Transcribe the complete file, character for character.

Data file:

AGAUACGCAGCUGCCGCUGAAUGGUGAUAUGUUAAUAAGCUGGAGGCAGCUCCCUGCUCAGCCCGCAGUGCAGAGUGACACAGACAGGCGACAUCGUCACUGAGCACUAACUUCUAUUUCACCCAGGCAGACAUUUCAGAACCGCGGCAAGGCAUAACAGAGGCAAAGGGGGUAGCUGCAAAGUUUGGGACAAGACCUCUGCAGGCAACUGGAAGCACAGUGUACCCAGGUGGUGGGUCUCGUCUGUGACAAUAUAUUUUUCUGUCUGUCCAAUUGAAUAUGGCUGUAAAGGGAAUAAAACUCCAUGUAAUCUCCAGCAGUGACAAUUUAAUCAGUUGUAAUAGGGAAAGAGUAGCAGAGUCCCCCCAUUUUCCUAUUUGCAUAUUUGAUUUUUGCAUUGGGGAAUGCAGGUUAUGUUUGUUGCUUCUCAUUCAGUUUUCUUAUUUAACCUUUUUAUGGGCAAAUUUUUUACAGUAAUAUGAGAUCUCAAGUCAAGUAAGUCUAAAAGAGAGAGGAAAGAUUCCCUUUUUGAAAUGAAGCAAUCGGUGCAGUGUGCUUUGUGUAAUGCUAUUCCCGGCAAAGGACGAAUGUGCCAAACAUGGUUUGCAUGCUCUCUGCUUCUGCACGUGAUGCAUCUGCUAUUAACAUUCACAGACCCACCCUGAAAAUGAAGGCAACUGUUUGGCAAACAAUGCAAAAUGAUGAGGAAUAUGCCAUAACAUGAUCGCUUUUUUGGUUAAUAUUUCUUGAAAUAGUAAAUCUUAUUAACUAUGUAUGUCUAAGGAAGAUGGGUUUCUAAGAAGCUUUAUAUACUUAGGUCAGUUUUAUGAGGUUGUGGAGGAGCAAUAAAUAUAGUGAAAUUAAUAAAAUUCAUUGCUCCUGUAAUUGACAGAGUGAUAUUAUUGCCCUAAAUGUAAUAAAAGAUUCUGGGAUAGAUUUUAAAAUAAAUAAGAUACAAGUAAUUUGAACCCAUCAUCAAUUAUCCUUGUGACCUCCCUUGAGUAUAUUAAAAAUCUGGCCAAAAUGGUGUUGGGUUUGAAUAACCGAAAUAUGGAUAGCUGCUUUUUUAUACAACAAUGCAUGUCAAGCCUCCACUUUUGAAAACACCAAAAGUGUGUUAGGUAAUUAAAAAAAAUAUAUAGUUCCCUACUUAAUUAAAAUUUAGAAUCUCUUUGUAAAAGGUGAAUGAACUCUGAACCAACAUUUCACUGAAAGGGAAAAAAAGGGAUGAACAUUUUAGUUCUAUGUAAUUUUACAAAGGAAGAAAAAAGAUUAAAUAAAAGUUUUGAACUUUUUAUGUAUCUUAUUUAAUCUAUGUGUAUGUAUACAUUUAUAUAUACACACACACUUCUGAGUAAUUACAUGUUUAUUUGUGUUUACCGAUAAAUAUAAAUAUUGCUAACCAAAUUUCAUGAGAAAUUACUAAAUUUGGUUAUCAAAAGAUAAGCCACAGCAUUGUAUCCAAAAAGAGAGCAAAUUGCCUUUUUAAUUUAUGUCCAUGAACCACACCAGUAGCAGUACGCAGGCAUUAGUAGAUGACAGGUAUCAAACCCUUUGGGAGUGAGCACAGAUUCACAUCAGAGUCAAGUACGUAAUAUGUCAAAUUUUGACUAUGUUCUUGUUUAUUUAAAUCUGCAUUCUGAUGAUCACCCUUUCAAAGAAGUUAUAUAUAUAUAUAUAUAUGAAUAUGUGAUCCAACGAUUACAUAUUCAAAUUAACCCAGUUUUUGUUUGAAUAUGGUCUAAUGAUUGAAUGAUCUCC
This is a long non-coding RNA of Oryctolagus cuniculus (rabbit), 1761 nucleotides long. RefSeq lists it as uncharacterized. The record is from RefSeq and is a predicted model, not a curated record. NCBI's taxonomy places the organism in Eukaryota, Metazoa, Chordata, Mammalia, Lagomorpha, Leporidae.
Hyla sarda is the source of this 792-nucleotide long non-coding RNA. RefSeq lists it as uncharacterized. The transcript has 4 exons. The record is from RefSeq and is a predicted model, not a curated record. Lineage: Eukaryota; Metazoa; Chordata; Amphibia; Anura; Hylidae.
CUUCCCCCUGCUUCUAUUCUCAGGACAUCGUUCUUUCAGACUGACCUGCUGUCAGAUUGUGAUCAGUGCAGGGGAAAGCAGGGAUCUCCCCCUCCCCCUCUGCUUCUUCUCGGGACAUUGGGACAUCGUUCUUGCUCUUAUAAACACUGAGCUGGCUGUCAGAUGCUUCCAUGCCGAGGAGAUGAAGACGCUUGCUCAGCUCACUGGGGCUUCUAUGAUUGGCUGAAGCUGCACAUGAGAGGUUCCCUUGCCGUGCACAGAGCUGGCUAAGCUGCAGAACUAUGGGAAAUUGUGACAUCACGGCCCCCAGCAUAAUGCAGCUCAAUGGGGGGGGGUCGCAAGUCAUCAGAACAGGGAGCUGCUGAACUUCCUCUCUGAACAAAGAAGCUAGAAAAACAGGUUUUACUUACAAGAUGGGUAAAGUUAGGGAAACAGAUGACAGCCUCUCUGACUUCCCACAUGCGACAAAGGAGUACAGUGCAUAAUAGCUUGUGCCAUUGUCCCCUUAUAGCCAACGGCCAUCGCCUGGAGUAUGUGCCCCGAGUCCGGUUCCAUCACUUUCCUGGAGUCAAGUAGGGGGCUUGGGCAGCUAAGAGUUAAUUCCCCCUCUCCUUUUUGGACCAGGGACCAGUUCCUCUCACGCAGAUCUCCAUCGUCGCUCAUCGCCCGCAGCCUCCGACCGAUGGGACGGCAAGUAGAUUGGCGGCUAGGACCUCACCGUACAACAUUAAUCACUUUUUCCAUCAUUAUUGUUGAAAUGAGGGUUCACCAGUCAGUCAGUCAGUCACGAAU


AGAUACGCAGCUGCCGCUGAAUGGUGAUAUGUUAAUAAGCUGGAGGCAGCUCCCUGCUCAGCCCGCAGUGCAGAGUGACACAGACAGGCGACAUCGUCACUGAGCACUAACUUCUAUUUCACCCAGGCAGACAUUUCAGAACCGCGGCAAGGCAUAACAGAGGCAAAGGGGGUAGCUGCAAAGUUUGGGACAAGACCUCUGCAGGCAACUGGAAGCACAGUGUACCCAGGUGGUGGGUCUCGUCUGUGACAAUAUAUUUUUCUGUCUGUCCAAUUGAAUAUGGCUGUAAAGGGAAUAAAACUCCAUGUAAUCUCCAGCAGUGACAAUUUAAUCAGUUGUAAUAGGGAAAGAGUAGCAGAGUCCCCCCAUUUUCCUAUUUGCAUAUUUGAUUUUUGCAUUGGGGAAUGCAGGUUAUGUUUGUUGCUUCUCAUUCAGUUUUCUUAUUUAACCUUUUUAUGGGCAAAUUUUUUACAGUAAUAUGAGAUCUCAAGUCAAGUAAGUCUAAAAGAGAGAGGAAAGAUUCCCUUUUUGAAAUGAAGCAAUCGGUGCAGUGUGCUUUGUGUAAUGCUAUUCCCGGCAAAGGACGAAUGUGCCAAACAUGGUUUGCAUGCUCUCUGCUUCUGCACGUGAUGCAUCUGCUAUUAACAUUCACAGACCCACCCUGAAAAUGAAGGCAACUGUUUGGCAAACAAUGCAAAAUGAUGAGGAAUAUGCCAUAACAUGAUCGCUUUUUUGGUUAAUAUUUCUUGAAAUAGUAAAUCUUAUUAACUAUGUAUGUCUAAGGAAGAUGGGUUUCUAAGAAGCUUUAUAUACUUAGGUCAGUUUUAUGAGGUUGUGGAGGAGCAAUAAAUAUAGUGAAAUUAAUAAAAUUCAUUGCUCCUGUAAUUGACAGAGUGAUAUUAUUGCCCUAAAUGUAAUAAAAGAUUCUGGGAUAGAUUUUAAAAUAAAUAAGAUACAAGUAAUUUGAACCCAUCAUCAAUUAUCCUUGUGACCUCCCUUGAGUAUAUUAAAAAUCUGGCCAAAAUGGUGUUGGGUUUGAAUAACCGAAAUAUGGAUAGCUGCUUUUUUAUACAACAAUGCAUGUCAAGCCUCCACUUUUGAAAACACCAAAAGUGUGUUAGGUAAUUAAAAAAAAUAUAUAGUUCCCUACUUAAUUAAAAUUUAGAAUCUCUUUGUAAAAGGUGAAUGAACUCUGAACCAACAUUUCACUGAAAGGGAAAAAAAGGGAUGAACAUUUUAGUUCUAUGUAAUUUUACAAAGGAAGAAAAAAGAUUAAAUAAAAGUUUUGAACUUUUUAUGUAUCUUAUUUAAUCUAUGUGUAUGUAUACAUUUAUAUAUACACACACACUUCUGAGUAAUUACAUGUUUAUUUGUGUUUACCGAUAAAUAUAAAUAUUGCUAACCAAAUUUCAUGAGAAAUUACUAAAUUUGGUUAUCAAAAGAUAAGCCACAGCAUUGUAUCCAAAAAGAGAGCAAAUUGCCUUUUUAAUUUAUGUCCAUGAACCACACCAGUAGCAGUACGCAGGCAUUAGUAGAUGACAGGUAUCAAACCCUUUGGGAGUGAGCACAGAUUCACAUCAGAGUCAAGUACGUAAUAUGUCAAAUUUUGACUAUGUUCUUGUUUAUUUAAAUCUGCAUUCUGAUGAUCACCCUUUCAAAGAAGUUAUAUAUAUAUAUAUAUAUGAAUAUGUGAUCCAACGAUUACAUAUUCAAAUUAACCCAGUUUUUGUUUGAAUAUGGUCUAAUGAUUGAAUGAUCUCC
This is a long non-coding RNA of Oryctolagus cuniculus (rabbit), 1761 nucleotides long. RefSeq lists it as uncharacterized. The record is from RefSeq and is a predicted model, not a curated record. NCBI's taxonomy places the organism in Eukaryota, Metazoa, Chordata, Mammalia, Lagomorpha, Leporidae.
Hyla sarda is the source of this 792-nucleotide long non-coding RNA. RefSeq lists it as uncharacterized. The transcript has 4 exons. The record is from RefSeq and is a predicted model, not a curated record. Lineage: Eukaryota; Metazoa; Chordata; Amphibia; Anura; Hylidae.
CUUCCCCCUGCUUCUAUUCUCAGGACAUCGUUCUUUCAGACUGACCUGCUGUCAGAUUGUGAUCAGUGCAGGGGAAAGCAGGGAUCUCCCCCUCCCCCUCUGCUUCUUCUCGGGACAUUGGGACAUCGUUCUUGCUCUUAUAAACACUGAGCUGGCUGUCAGAUGCUUCCAUGCCGAGGAGAUGAAGACGCUUGCUCAGCUCACUGGGGCUUCUAUGAUUGGCUGAAGCUGCACAUGAGAGGUUCCCUUGCCGUGCACAGAGCUGGCUAAGCUGCAGAACUAUGGGAAAUUGUGACAUCACGGCCCCCAGCAUAAUGCAGCUCAAUGGGGGGGGGUCGCAAGUCAUCAGAACAGGGAGCUGCUGAACUUCCUCUCUGAACAAAGAAGCUAGAAAAACAGGUUUUACUUACAAGAUGGGUAAAGUUAGGGAAACAGAUGACAGCCUCUCUGACUUCCCACAUGCGACAAAGGAGUACAGUGCAUAAUAGCUUGUGCCAUUGUCCCCUUAUAGCCAACGGCCAUCGCCUGGAGUAUGUGCCCCGAGUCCGGUUCCAUCACUUUCCUGGAGUCAAGUAGGGGGCUUGGGCAGCUAAGAGUUAAUUCCCCCUCUCCUUUUUGGACCAGGGACCAGUUCCUCUCACGCAGAUCUCCAUCGUCGCUCAUCGCCCGCAGCCUCCGACCGAUGGGACGGCAAGUAGAUUGGCGGCUAGGACCUCACCGUACAACAUUAAUCACUUUUUCCAUCAUUAUUGUUGAAAUGAGGGUUCACCAGUCAGUCAGUCAGUCACGAAU